Ever wondered if there is any useful script around there to help you with your daily work on Linux? There is. Quite plenty. I will show you how to run script manually and how to automate executing script so that it runs whenever you want it to run. Read on!
Before you run any code, you have to have some, logical, right? The best source of it is you. Only you know what do you actually need. What is the point of running a code that, even though useful in general, it is not useful to YOU?
Rule of thumb is that if you have a task that you are performing with ANY regularity then you can write a script that will do that for you. The only question is how to do it. I encourage you to grab a book about working with CLI, like this one for example – The Linux Command Line, 2nd Edition: A Complete Introduction. But for now I expect you will be grabbing script from GitHub or other Raspberry related sites and wondering how to make it work.
Creating script file
In order to create script just create a new file with .sh extension, e.g. example_script.sh
Each script file needs to start with a shebang – #! after which you specify the shell that will execute the script. Default Raspbian/Debian shell is Bash.
In order to execute the script the file needs execute permissions. Run the following
sudo chmod +x example_script.sh
Example script file
#!/bin/bash echo "Hello world!"
Running script – manually
In order to execute a script file named example_script.sh you just have to type the name prefixing it with ./ like so
But you have to be in the same directory where the script is located.
If you are in a different directory, instead of prefixing the name with ./ just use the full path to your script, like so
That is basically all, after you press ENTER, the script is executed.
Running script – automatically
Utilizing a tool called cron you can automate execution of script. Cron comes with Linux by default, so you do not have to install any additional packages.
CAUTION as the script will be executed without user input, do not move the script after adding it to a crontab!
If you followed the basic security tutorial a directory for your custom script is already there, otherwise create a directory where you will keep any automated script. It is more convinient to keep it all in one place.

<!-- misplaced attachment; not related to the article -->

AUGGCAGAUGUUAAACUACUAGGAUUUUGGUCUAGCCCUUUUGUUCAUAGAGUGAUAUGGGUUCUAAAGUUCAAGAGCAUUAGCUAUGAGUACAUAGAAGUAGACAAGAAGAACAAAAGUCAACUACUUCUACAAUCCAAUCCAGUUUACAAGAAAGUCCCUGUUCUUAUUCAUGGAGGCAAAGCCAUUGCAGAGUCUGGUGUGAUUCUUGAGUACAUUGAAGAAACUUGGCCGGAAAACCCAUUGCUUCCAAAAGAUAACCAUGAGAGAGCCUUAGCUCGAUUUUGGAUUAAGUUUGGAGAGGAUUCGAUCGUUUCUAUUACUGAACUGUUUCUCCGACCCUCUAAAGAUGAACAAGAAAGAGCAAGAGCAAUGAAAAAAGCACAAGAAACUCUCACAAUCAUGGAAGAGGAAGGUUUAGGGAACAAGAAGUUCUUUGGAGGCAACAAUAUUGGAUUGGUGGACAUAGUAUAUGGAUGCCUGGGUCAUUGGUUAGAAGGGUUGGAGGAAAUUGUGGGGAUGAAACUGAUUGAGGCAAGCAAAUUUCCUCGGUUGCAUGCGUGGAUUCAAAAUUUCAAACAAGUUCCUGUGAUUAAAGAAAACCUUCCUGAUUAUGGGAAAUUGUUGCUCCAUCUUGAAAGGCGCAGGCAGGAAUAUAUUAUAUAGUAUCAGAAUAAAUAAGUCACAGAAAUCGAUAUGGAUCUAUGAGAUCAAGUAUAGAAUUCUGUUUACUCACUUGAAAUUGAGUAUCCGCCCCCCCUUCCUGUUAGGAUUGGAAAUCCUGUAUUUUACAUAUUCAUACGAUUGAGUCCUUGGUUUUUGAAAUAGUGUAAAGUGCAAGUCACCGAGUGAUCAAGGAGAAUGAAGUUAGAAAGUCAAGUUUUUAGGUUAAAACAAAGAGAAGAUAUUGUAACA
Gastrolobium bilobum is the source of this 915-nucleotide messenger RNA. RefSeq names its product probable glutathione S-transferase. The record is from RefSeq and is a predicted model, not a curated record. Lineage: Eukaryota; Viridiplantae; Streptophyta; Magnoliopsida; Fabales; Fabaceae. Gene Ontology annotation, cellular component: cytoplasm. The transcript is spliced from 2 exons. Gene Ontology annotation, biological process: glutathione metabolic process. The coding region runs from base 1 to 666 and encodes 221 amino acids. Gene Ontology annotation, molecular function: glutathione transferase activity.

Now place the script that is supposed to be executed inside that folder (check Basic commands), make it executable and run the following command
This will bring up a file in which, at the very bottom, you will put instruction on when and what to execute. Scheduling tasks has the following form
* * * * * /path/to/script
Asterisks are responsible for (from left to right)
- Day of month
- Day of week
You can substitute asterisk with a number to define when the task should be performed.
Leaving an asterisk * will mean at every. Keep that in mind and take a look at a few examples
* * * * * /path/to/script
Above line means every minute. Script will run every 60 seconds!
Unless you have a very specific usage for running script every minute, this may utilize so much of you system resources that your server will grind to a halt. It will add a new task on top on an unfinished one to infinity and beyond. Or until everything breaks.
0 * * * * /path/to/script
Above line will make the script run every hour. It translates to At minute zero.
0 0 1 10 * /path/to/script
This one is for when you want to wake up Billie Joe Armstrong. It translates to Minute zero of hour zero of the first of October.
If you have any trouble setting up a timeframe for your crontab use this online tool to help you.
Few things to keep in mind when using crontab
- Do not schedule many tasks for the same time, it will unnecessarily consume resources and slow down your server
- Schedule tasks one after another, make sure you roughly know how much a certain task will take – e.g. full data backup may take hours
- Keep the file organized! Put tasks in order of the most frequent at the top of your list to the least frequent at the bottom, it is for your sake
Test the execution of crontabbed script by setting it up 2 minutes in the future then close the file. If all goes well you will have the result shortly and afterwards you can change the frequency.
Is there a difference between running crontab as current user and root? Yes, gigantic!
crontab -e opens crontab for the CURRENT USER, and when you run the command with sudo the current user is… root. Remember that each user has its own crontab.
Unless you need to perform a task that needs administrative privileges, execute everything as your current user. Overusing sudo is a potential security breach. You should read up on the topic, but for now just trust me. Do not run commands as root unless you absolutely need to.